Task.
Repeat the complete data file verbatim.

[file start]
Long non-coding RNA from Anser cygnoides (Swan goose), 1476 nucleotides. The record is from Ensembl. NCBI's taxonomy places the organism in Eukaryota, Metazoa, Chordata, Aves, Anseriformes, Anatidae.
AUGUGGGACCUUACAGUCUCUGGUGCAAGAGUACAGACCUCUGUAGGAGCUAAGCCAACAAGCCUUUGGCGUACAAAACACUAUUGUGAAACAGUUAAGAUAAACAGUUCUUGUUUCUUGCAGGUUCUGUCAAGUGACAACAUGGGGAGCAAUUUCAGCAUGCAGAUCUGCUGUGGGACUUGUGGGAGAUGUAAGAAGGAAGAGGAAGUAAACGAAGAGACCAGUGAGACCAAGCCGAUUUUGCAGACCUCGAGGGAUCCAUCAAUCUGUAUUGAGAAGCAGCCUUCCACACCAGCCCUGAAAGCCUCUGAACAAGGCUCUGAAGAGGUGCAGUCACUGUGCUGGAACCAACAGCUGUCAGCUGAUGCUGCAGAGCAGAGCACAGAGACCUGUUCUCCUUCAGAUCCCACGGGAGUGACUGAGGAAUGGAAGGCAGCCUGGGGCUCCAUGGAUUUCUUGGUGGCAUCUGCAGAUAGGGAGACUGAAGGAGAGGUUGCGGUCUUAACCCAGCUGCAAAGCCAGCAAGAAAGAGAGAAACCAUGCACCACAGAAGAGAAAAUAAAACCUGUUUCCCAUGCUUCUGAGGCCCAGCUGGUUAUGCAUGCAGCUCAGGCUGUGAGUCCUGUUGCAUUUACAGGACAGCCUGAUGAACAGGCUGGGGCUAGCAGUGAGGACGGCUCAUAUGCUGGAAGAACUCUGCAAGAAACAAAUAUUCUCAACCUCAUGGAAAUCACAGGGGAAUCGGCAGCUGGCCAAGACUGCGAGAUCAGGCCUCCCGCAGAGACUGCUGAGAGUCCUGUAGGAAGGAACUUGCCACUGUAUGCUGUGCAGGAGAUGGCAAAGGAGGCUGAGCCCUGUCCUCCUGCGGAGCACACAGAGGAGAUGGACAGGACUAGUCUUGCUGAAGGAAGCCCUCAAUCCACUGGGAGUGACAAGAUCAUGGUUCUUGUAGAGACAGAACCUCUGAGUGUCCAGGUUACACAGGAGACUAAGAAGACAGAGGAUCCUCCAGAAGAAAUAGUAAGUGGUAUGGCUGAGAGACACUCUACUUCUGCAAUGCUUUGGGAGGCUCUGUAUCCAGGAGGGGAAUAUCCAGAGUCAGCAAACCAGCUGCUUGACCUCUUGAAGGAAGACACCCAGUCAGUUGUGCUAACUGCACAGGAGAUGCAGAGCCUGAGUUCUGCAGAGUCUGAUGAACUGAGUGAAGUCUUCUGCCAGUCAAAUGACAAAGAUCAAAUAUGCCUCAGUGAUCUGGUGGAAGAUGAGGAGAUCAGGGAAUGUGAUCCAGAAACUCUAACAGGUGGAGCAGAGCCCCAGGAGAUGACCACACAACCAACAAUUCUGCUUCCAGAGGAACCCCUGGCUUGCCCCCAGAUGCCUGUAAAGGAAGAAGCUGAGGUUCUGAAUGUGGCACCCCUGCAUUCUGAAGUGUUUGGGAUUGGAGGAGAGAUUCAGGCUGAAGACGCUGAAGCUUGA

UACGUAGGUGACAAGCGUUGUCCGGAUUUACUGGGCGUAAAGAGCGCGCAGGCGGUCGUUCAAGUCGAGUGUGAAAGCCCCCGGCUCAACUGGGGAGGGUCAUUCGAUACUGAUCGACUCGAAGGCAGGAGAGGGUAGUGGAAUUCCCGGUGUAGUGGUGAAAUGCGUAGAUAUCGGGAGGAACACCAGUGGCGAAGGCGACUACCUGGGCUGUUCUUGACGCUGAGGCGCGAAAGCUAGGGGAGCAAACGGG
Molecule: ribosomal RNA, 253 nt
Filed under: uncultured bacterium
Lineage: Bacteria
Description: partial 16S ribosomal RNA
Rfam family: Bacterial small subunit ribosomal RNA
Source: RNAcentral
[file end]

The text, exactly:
Long non-coding RNA from Anser cygnoides (Swan goose), 1476 nucleotides. The record is from Ensembl. NCBI's taxonomy places the organism in Eukaryota, Metazoa, Chordata, Aves, Anseriformes, Anatidae.
AUGUGGGACCUUACAGUCUCUGGUGCAAGAGUACAGACCUCUGUAGGAGCUAAGCCAACAAGCCUUUGGCGUACAAAACACUAUUGUGAAACAGUUAAGAUAAACAGUUCUUGUUUCUUGCAGGUUCUGUCAAGUGACAACAUGGGGAGCAAUUUCAGCAUGCAGAUCUGCUGUGGGACUUGUGGGAGAUGUAAGAAGGAAGAGGAAGUAAACGAAGAGACCAGUGAGACCAAGCCGAUUUUGCAGACCUCGAGGGAUCCAUCAAUCUGUAUUGAGAAGCAGCCUUCCACACCAGCCCUGAAAGCCUCUGAACAAGGCUCUGAAGAGGUGCAGUCACUGUGCUGGAACCAACAGCUGUCAGCUGAUGCUGCAGAGCAGAGCACAGAGACCUGUUCUCCUUCAGAUCCCACGGGAGUGACUGAGGAAUGGAAGGCAGCCUGGGGCUCCAUGGAUUUCUUGGUGGCAUCUGCAGAUAGGGAGACUGAAGGAGAGGUUGCGGUCUUAACCCAGCUGCAAAGCCAGCAAGAAAGAGAGAAACCAUGCACCACAGAAGAGAAAAUAAAACCUGUUUCCCAUGCUUCUGAGGCCCAGCUGGUUAUGCAUGCAGCUCAGGCUGUGAGUCCUGUUGCAUUUACAGGACAGCCUGAUGAACAGGCUGGGGCUAGCAGUGAGGACGGCUCAUAUGCUGGAAGAACUCUGCAAGAAACAAAUAUUCUCAACCUCAUGGAAAUCACAGGGGAAUCGGCAGCUGGCCAAGACUGCGAGAUCAGGCCUCCCGCAGAGACUGCUGAGAGUCCUGUAGGAAGGAACUUGCCACUGUAUGCUGUGCAGGAGAUGGCAAAGGAGGCUGAGCCCUGUCCUCCUGCGGAGCACACAGAGGAGAUGGACAGGACUAGUCUUGCUGAAGGAAGCCCUCAAUCCACUGGGAGUGACAAGAUCAUGGUUCUUGUAGAGACAGAACCUCUGAGUGUCCAGGUUACACAGGAGACUAAGAAGACAGAGGAUCCUCCAGAAGAAAUAGUAAGUGGUAUGGCUGAGAGACACUCUACUUCUGCAAUGCUUUGGGAGGCUCUGUAUCCAGGAGGGGAAUAUCCAGAGUCAGCAAACCAGCUGCUUGACCUCUUGAAGGAAGACACCCAGUCAGUUGUGCUAACUGCACAGGAGAUGCAGAGCCUGAGUUCUGCAGAGUCUGAUGAACUGAGUGAAGUCUUCUGCCAGUCAAAUGACAAAGAUCAAAUAUGCCUCAGUGAUCUGGUGGAAGAUGAGGAGAUCAGGGAAUGUGAUCCAGAAACUCUAACAGGUGGAGCAGAGCCCCAGGAGAUGACCACACAACCAACAAUUCUGCUUCCAGAGGAACCCCUGGCUUGCCCCCAGAUGCCUGUAAAGGAAGAAGCUGAGGUUCUGAAUGUGGCACCCCUGCAUUCUGAAGUGUUUGGGAUUGGAGGAGAGAUUCAGGCUGAAGACGCUGAAGCUUGA

UACGUAGGUGACAAGCGUUGUCCGGAUUUACUGGGCGUAAAGAGCGCGCAGGCGGUCGUUCAAGUCGAGUGUGAAAGCCCCCGGCUCAACUGGGGAGGGUCAUUCGAUACUGAUCGACUCGAAGGCAGGAGAGGGUAGUGGAAUUCCCGGUGUAGUGGUGAAAUGCGUAGAUAUCGGGAGGAACACCAGUGGCGAAGGCGACUACCUGGGCUGUUCUUGACGCUGAGGCGCGAAAGCUAGGGGAGCAAACGGG
Molecule: ribosomal RNA, 253 nt
Filed under: uncultured bacterium
Lineage: Bacteria
Description: partial 16S ribosomal RNA
Rfam family: Bacterial small subunit ribosomal RNA
Source: RNAcentral